How I Became a Kid Writer

by Donny Bailey Seagraves

 

Kidwriter

 

  1. I read books. Lots of books. Many more than my teachers told me to read. I didn’t wait for my teacher or my mother or my best friend to tell me to read a particular book. I just read it. My favorite childhood book was The Wizard of Oz by L. Frank Baum. I still have that book and it’s still one of my favorites.
  2. I loved the Athens Regional Library. I went there every week and spent a lot of time there. I explored the books and learned which authors I liked and which authors were writing for other kids. Every summer I joined the book club and read all summer long so I’d be ready for school in the fall.
  3. I wrote. Even way back in elementary school, I imitated the writers I read and admired. The poems of Robert Louis Stevenson inspired me to start writing poetry. I began with simple poems and then moved on to short stories.
  4. I listened when my teachers encouraged me. My fifth grade teacher, Mrs. Doster, said I wrote good poems and I believed her.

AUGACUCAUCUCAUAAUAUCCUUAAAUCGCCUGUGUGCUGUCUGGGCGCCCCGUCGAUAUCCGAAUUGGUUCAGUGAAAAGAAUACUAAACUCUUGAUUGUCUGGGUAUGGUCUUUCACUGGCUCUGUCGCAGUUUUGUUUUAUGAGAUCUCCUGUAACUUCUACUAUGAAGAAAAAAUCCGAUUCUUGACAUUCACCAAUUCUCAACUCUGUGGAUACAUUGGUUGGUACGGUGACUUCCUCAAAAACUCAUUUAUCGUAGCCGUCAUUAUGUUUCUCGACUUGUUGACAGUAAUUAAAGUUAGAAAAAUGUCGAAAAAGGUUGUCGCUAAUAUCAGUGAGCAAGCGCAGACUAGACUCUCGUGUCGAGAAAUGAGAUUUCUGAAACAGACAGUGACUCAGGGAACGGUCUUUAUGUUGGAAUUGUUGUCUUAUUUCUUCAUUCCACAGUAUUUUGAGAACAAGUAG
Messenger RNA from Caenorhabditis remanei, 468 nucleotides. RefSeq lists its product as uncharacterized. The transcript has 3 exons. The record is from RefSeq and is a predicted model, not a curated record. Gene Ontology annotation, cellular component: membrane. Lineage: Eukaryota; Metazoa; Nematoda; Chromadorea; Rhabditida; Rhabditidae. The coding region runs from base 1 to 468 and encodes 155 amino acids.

5. I didn’t worry about what other kids said. Instead, I sat on the school steps during recess writing poems while they dangled from the monkey bars. The louder they shouted at me and each other, the more I wrote. I also hung on the monkey bars every now and then and played kickball and softball and hopscotch, so I’d have plenty of things to write about.
  6. I observed the world around me, paying attention to the details I found interesting like the trees and the persimmon tree in my back yard and the neighbors. Many of those things I observed way back during my childhood still find a place in my fiction today.
  7. I developed a good imagination and I used it. Even as a kid, I asked myself this question, “What if?” Those words are the best story starter I know, for writers of all ages.
  8. I cultivated a good memory for certain things, like how it felt to be a kid. I still remember that feeling and use it in my writing.
  9. I won the typewriter instead of the bike in the Fife Drugstore “Best Girl Contest.” Then I took my new aqua portable typewriter home and wrote a story. Then another, and so on until I eventually wrote entire books. If I had won the coveted bike instead, who knows if I would ¬†have become a writer?
  10. I believed in myself and tuned out anyone who told me I couldn’t be a writer, even my parents! If you believe in yourself, you have unlimited opportunity!

    The End

 

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